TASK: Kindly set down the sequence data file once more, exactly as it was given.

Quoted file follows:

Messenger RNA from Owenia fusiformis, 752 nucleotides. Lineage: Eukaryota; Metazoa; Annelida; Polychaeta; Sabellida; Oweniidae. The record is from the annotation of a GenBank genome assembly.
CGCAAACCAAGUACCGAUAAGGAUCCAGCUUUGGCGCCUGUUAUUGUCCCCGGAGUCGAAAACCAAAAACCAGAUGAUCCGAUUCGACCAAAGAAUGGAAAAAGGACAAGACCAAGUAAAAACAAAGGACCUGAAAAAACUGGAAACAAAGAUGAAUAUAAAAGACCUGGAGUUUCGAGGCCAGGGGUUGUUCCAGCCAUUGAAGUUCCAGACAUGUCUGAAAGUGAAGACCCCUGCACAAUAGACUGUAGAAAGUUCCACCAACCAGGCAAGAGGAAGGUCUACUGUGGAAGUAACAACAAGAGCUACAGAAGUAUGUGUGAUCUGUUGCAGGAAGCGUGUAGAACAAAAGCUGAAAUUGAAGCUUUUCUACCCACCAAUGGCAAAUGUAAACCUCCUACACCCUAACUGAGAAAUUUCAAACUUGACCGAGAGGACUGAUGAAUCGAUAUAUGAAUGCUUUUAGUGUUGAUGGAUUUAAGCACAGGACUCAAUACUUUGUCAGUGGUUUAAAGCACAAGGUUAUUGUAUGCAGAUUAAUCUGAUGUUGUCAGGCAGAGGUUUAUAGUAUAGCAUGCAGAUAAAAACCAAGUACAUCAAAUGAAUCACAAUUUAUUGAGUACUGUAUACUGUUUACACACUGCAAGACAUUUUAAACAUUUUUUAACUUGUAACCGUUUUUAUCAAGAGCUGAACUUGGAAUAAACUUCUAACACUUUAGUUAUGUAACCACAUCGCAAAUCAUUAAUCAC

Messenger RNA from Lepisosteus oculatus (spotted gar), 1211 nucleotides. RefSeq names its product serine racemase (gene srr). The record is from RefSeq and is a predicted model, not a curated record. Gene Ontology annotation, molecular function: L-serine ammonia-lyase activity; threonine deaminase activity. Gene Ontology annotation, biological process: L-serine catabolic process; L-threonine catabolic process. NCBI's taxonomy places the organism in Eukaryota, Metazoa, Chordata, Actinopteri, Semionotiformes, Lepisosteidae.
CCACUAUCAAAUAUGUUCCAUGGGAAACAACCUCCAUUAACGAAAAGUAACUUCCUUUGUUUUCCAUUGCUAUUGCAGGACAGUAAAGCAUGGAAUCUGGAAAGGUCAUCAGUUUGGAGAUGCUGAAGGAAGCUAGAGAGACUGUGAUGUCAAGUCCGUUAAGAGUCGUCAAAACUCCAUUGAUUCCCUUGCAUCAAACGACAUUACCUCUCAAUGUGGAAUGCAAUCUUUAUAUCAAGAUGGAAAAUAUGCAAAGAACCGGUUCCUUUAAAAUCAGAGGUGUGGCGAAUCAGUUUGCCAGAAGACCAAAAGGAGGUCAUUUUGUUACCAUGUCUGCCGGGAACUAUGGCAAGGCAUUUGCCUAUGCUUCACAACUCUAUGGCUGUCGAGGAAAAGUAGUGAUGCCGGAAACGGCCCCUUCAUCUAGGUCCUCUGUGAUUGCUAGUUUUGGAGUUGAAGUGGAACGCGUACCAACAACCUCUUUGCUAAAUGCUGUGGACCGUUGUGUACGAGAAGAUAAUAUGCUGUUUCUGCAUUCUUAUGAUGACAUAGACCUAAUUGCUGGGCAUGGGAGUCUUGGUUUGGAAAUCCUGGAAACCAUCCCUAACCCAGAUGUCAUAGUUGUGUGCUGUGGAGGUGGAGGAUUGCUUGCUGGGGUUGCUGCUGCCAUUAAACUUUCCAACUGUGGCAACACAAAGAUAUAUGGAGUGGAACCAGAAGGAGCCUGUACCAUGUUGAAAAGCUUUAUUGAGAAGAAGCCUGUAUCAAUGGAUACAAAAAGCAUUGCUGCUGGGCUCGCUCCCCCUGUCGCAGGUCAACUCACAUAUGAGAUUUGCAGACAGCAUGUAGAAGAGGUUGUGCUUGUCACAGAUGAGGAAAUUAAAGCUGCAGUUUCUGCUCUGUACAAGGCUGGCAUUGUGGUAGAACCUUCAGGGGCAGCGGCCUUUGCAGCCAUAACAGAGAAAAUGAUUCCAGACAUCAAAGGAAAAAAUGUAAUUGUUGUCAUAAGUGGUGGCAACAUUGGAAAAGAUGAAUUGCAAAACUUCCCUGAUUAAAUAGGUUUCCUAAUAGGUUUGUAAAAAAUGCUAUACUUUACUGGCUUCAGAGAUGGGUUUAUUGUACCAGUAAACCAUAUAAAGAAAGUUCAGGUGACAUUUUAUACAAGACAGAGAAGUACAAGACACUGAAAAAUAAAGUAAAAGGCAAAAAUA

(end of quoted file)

Messenger RNA from Owenia fusiformis, 752 nucleotides. Lineage: Eukaryota; Metazoa; Annelida; Polychaeta; Sabellida; Oweniidae. The record is from the annotation of a GenBank genome assembly.
CGCAAACCAAGUACCGAUAAGGAUCCAGCUUUGGCGCCUGUUAUUGUCCCCGGAGUCGAAAACCAAAAACCAGAUGAUCCGAUUCGACCAAAGAAUGGAAAAAGGACAAGACCAAGUAAAAACAAAGGACCUGAAAAAACUGGAAACAAAGAUGAAUAUAAAAGACCUGGAGUUUCGAGGCCAGGGGUUGUUCCAGCCAUUGAAGUUCCAGACAUGUCUGAAAGUGAAGACCCCUGCACAAUAGACUGUAGAAAGUUCCACCAACCAGGCAAGAGGAAGGUCUACUGUGGAAGUAACAACAAGAGCUACAGAAGUAUGUGUGAUCUGUUGCAGGAAGCGUGUAGAACAAAAGCUGAAAUUGAAGCUUUUCUACCCACCAAUGGCAAAUGUAAACCUCCUACACCCUAACUGAGAAAUUUCAAACUUGACCGAGAGGACUGAUGAAUCGAUAUAUGAAUGCUUUUAGUGUUGAUGGAUUUAAGCACAGGACUCAAUACUUUGUCAGUGGUUUAAAGCACAAGGUUAUUGUAUGCAGAUUAAUCUGAUGUUGUCAGGCAGAGGUUUAUAGUAUAGCAUGCAGAUAAAAACCAAGUACAUCAAAUGAAUCACAAUUUAUUGAGUACUGUAUACUGUUUACACACUGCAAGACAUUUUAAACAUUUUUUAACUUGUAACCGUUUUUAUCAAGAGCUGAACUUGGAAUAAACUUCUAACACUUUAGUUAUGUAACCACAUCGCAAAUCAUUAAUCAC

Messenger RNA from Lepisosteus oculatus (spotted gar), 1211 nucleotides. RefSeq names its product serine racemase (gene srr). The record is from RefSeq and is a predicted model, not a curated record. Gene Ontology annotation, molecular function: L-serine ammonia-lyase activity; threonine deaminase activity. Gene Ontology annotation, biological process: L-serine catabolic process; L-threonine catabolic process. NCBI's taxonomy places the organism in Eukaryota, Metazoa, Chordata, Actinopteri, Semionotiformes, Lepisosteidae.
CCACUAUCAAAUAUGUUCCAUGGGAAACAACCUCCAUUAACGAAAAGUAACUUCCUUUGUUUUCCAUUGCUAUUGCAGGACAGUAAAGCAUGGAAUCUGGAAAGGUCAUCAGUUUGGAGAUGCUGAAGGAAGCUAGAGAGACUGUGAUGUCAAGUCCGUUAAGAGUCGUCAAAACUCCAUUGAUUCCCUUGCAUCAAACGACAUUACCUCUCAAUGUGGAAUGCAAUCUUUAUAUCAAGAUGGAAAAUAUGCAAAGAACCGGUUCCUUUAAAAUCAGAGGUGUGGCGAAUCAGUUUGCCAGAAGACCAAAAGGAGGUCAUUUUGUUACCAUGUCUGCCGGGAACUAUGGCAAGGCAUUUGCCUAUGCUUCACAACUCUAUGGCUGUCGAGGAAAAGUAGUGAUGCCGGAAACGGCCCCUUCAUCUAGGUCCUCUGUGAUUGCUAGUUUUGGAGUUGAAGUGGAACGCGUACCAACAACCUCUUUGCUAAAUGCUGUGGACCGUUGUGUACGAGAAGAUAAUAUGCUGUUUCUGCAUUCUUAUGAUGACAUAGACCUAAUUGCUGGGCAUGGGAGUCUUGGUUUGGAAAUCCUGGAAACCAUCCCUAACCCAGAUGUCAUAGUUGUGUGCUGUGGAGGUGGAGGAUUGCUUGCUGGGGUUGCUGCUGCCAUUAAACUUUCCAACUGUGGCAACACAAAGAUAUAUGGAGUGGAACCAGAAGGAGCCUGUACCAUGUUGAAAAGCUUUAUUGAGAAGAAGCCUGUAUCAAUGGAUACAAAAAGCAUUGCUGCUGGGCUCGCUCCCCCUGUCGCAGGUCAACUCACAUAUGAGAUUUGCAGACAGCAUGUAGAAGAGGUUGUGCUUGUCACAGAUGAGGAAAUUAAAGCUGCAGUUUCUGCUCUGUACAAGGCUGGCAUUGUGGUAGAACCUUCAGGGGCAGCGGCCUUUGCAGCCAUAACAGAGAAAAUGAUUCCAGACAUCAAAGGAAAAAAUGUAAUUGUUGUCAUAAGUGGUGGCAACAUUGGAAAAGAUGAAUUGCAAAACUUCCCUGAUUAAAUAGGUUUCCUAAUAGGUUUGUAAAAAAUGCUAUACUUUACUGGCUUCAGAGAUGGGUUUAUUGUACCAGUAAACCAUAUAAAGAAAGUUCAGGUGACAUUUUAUACAAGACAGAGAAGUACAAGACACUGAAAAAUAAAGUAAAAGGCAAAAAUA